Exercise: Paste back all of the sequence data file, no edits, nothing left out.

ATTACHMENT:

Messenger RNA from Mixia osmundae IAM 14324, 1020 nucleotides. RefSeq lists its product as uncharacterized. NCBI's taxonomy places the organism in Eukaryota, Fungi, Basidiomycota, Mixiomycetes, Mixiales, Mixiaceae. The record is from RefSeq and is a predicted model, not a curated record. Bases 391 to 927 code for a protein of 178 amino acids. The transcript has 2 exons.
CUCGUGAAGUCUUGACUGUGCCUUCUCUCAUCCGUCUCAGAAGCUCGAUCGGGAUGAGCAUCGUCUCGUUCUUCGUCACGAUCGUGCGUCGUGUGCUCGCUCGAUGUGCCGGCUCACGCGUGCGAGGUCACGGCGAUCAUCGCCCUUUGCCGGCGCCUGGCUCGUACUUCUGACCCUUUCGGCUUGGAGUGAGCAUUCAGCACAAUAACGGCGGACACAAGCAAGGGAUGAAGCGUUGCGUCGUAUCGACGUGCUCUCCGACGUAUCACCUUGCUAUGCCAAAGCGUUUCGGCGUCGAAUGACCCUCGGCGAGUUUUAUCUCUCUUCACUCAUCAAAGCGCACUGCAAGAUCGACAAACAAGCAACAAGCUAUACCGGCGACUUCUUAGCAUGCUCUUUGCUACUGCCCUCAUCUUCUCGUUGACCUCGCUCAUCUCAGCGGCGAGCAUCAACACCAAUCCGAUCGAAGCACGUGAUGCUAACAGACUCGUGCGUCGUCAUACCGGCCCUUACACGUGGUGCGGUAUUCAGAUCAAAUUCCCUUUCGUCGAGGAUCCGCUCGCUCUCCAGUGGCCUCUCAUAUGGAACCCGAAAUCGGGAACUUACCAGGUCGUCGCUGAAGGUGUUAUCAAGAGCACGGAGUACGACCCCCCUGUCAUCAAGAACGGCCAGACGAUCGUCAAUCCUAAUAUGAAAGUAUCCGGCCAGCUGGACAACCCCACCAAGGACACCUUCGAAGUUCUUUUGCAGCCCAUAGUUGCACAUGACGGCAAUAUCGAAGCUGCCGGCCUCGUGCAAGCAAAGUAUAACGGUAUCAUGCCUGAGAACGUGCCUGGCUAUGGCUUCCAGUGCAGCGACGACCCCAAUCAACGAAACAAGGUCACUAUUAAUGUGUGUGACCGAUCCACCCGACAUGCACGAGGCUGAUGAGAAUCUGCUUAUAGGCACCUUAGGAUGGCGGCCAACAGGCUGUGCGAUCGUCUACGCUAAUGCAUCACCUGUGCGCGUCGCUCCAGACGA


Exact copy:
Messenger RNA from Mixia osmundae IAM 14324, 1020 nucleotides. RefSeq lists its product as uncharacterized. NCBI's taxonomy places the organism in Eukaryota, Fungi, Basidiomycota, Mixiomycetes, Mixiales, Mixiaceae. The record is from RefSeq and is a predicted model, not a curated record. Bases 391 to 927 code for a protein of 178 amino acids. The transcript has 2 exons.
CUCGUGAAGUCUUGACUGUGCCUUCUCUCAUCCGUCUCAGAAGCUCGAUCGGGAUGAGCAUCGUCUCGUUCUUCGUCACGAUCGUGCGUCGUGUGCUCGCUCGAUGUGCCGGCUCACGCGUGCGAGGUCACGGCGAUCAUCGCCCUUUGCCGGCGCCUGGCUCGUACUUCUGACCCUUUCGGCUUGGAGUGAGCAUUCAGCACAAUAACGGCGGACACAAGCAAGGGAUGAAGCGUUGCGUCGUAUCGACGUGCUCUCCGACGUAUCACCUUGCUAUGCCAAAGCGUUUCGGCGUCGAAUGACCCUCGGCGAGUUUUAUCUCUCUUCACUCAUCAAAGCGCACUGCAAGAUCGACAAACAAGCAACAAGCUAUACCGGCGACUUCUUAGCAUGCUCUUUGCUACUGCCCUCAUCUUCUCGUUGACCUCGCUCAUCUCAGCGGCGAGCAUCAACACCAAUCCGAUCGAAGCACGUGAUGCUAACAGACUCGUGCGUCGUCAUACCGGCCCUUACACGUGGUGCGGUAUUCAGAUCAAAUUCCCUUUCGUCGAGGAUCCGCUCGCUCUCCAGUGGCCUCUCAUAUGGAACCCGAAAUCGGGAACUUACCAGGUCGUCGCUGAAGGUGUUAUCAAGAGCACGGAGUACGACCCCCCUGUCAUCAAGAACGGCCAGACGAUCGUCAAUCCUAAUAUGAAAGUAUCCGGCCAGCUGGACAACCCCACCAAGGACACCUUCGAAGUUCUUUUGCAGCCCAUAGUUGCACAUGACGGCAAUAUCGAAGCUGCCGGCCUCGUGCAAGCAAAGUAUAACGGUAUCAUGCCUGAGAACGUGCCUGGCUAUGGCUUCCAGUGCAGCGACGACCCCAAUCAACGAAACAAGGUCACUAUUAAUGUGUGUGACCGAUCCACCCGACAUGCACGAGGCUGAUGAGAAUCUGCUUAUAGGCACCUUAGGAUGGCGGCCAACAGGCUGUGCGAUCGUCUACGCUAAUGCAUCACCUGUGCGCGUCGCUCCAGACGA